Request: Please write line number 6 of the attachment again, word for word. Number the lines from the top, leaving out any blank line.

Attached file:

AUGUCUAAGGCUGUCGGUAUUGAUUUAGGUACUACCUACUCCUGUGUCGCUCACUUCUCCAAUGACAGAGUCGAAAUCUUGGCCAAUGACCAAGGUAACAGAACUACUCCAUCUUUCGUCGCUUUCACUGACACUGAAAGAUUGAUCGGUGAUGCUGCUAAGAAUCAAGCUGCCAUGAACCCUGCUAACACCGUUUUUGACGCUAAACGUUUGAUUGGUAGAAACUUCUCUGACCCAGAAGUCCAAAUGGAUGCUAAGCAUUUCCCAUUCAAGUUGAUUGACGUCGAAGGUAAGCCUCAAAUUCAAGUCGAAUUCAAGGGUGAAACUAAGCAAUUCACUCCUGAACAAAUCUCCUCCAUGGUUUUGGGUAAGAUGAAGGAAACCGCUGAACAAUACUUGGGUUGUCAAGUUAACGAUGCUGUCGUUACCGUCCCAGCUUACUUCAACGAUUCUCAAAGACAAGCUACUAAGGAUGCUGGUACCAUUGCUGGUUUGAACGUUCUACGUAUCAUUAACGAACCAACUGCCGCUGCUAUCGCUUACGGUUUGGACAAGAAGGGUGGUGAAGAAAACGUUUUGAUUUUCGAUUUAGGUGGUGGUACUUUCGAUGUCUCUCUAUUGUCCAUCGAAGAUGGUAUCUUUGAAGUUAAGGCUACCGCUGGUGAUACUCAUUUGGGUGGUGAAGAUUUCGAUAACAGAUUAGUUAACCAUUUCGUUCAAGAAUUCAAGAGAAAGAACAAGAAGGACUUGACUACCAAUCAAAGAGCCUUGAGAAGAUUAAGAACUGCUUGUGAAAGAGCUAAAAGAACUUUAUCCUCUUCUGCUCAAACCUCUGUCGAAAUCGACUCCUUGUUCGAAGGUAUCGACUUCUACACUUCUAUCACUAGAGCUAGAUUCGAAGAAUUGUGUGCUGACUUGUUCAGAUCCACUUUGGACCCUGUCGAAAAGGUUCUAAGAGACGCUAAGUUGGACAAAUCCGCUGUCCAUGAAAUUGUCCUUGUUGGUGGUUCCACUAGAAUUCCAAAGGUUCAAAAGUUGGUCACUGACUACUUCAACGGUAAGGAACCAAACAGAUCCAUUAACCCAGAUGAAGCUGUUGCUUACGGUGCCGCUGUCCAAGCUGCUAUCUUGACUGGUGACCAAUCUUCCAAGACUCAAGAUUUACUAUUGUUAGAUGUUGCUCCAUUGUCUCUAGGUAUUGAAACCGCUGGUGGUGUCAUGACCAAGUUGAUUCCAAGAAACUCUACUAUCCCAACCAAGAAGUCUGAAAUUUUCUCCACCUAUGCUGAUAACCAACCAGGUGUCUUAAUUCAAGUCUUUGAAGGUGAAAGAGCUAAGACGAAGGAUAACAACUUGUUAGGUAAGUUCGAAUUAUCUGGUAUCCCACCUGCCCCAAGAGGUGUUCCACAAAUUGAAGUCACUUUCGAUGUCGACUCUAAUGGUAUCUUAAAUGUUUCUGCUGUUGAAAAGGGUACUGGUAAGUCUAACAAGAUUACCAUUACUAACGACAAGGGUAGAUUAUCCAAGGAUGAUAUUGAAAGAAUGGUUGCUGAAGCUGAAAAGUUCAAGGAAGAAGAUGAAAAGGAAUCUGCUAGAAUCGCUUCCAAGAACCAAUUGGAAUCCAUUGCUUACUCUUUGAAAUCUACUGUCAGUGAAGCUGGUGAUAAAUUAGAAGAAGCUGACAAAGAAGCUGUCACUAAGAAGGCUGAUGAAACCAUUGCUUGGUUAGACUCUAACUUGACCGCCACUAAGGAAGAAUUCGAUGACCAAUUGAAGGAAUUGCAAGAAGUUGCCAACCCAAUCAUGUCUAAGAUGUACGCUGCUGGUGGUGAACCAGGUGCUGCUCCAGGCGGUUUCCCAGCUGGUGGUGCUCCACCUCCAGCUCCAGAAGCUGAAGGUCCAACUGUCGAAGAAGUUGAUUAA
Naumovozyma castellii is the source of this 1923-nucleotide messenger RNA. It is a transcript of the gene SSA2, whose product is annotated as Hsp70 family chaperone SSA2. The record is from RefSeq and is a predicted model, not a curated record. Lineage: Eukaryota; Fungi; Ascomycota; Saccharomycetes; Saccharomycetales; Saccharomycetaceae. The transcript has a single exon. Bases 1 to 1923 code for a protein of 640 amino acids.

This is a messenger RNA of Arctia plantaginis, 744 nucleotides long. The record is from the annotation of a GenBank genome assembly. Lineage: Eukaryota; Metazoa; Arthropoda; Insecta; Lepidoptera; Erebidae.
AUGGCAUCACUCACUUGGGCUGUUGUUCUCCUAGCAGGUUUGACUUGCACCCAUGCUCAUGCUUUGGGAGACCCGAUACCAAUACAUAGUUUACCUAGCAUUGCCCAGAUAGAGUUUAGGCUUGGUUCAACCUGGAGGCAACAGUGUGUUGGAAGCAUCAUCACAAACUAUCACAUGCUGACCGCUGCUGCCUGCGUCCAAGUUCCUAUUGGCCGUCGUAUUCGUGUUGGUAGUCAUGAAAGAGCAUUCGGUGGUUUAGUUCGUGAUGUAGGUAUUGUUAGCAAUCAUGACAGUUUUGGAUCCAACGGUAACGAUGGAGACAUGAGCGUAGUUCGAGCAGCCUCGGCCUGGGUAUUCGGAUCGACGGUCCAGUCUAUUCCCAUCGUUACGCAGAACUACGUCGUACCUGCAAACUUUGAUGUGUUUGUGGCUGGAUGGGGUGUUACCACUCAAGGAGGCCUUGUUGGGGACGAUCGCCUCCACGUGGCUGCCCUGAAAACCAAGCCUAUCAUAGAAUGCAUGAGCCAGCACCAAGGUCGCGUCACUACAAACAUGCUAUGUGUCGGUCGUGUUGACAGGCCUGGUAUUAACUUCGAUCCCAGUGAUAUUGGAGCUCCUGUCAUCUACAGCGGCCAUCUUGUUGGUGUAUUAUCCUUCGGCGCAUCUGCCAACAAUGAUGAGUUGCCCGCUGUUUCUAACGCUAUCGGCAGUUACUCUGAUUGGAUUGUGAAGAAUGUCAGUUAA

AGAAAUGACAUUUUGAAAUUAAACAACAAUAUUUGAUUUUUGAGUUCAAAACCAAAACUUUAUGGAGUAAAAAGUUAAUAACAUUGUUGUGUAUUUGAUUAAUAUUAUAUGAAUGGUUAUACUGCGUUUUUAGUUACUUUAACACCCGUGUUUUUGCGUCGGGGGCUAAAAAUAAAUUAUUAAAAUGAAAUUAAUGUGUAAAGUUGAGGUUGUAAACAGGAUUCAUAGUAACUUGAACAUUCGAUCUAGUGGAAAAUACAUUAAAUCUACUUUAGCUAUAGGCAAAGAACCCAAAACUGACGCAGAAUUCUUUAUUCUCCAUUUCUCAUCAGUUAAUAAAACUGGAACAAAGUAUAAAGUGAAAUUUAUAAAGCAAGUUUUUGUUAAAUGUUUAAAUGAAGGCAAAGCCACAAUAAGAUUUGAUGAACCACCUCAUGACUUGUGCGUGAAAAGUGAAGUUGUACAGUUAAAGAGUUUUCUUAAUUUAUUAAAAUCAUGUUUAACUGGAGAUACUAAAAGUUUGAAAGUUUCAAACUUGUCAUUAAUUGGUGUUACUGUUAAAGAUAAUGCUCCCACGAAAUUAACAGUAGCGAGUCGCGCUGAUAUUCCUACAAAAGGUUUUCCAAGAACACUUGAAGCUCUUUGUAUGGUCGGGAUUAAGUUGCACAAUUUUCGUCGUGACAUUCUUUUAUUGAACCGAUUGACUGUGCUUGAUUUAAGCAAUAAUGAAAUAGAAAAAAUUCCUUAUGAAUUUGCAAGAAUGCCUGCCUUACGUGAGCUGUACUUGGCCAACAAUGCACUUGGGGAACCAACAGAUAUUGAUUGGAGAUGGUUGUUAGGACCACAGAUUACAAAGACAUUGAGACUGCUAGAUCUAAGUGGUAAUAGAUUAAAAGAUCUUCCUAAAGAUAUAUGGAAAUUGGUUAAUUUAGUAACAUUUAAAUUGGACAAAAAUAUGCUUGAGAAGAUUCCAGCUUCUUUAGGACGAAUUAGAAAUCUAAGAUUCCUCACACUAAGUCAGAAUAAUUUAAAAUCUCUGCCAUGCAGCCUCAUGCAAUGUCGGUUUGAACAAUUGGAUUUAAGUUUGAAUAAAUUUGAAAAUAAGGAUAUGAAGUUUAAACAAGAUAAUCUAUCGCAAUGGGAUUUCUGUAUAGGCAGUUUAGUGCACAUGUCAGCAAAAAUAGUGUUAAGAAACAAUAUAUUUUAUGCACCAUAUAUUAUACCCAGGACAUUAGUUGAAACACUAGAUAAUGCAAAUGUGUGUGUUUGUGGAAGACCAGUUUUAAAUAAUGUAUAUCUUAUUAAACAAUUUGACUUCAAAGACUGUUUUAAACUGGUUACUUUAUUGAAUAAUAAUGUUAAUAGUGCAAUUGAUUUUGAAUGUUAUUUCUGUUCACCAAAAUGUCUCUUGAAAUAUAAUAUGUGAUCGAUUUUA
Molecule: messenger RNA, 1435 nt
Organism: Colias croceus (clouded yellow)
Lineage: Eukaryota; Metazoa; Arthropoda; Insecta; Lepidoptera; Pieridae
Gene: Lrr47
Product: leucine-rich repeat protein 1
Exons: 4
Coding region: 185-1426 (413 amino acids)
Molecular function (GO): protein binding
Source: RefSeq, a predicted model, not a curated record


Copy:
Molecule: messenger RNA, 1435 nt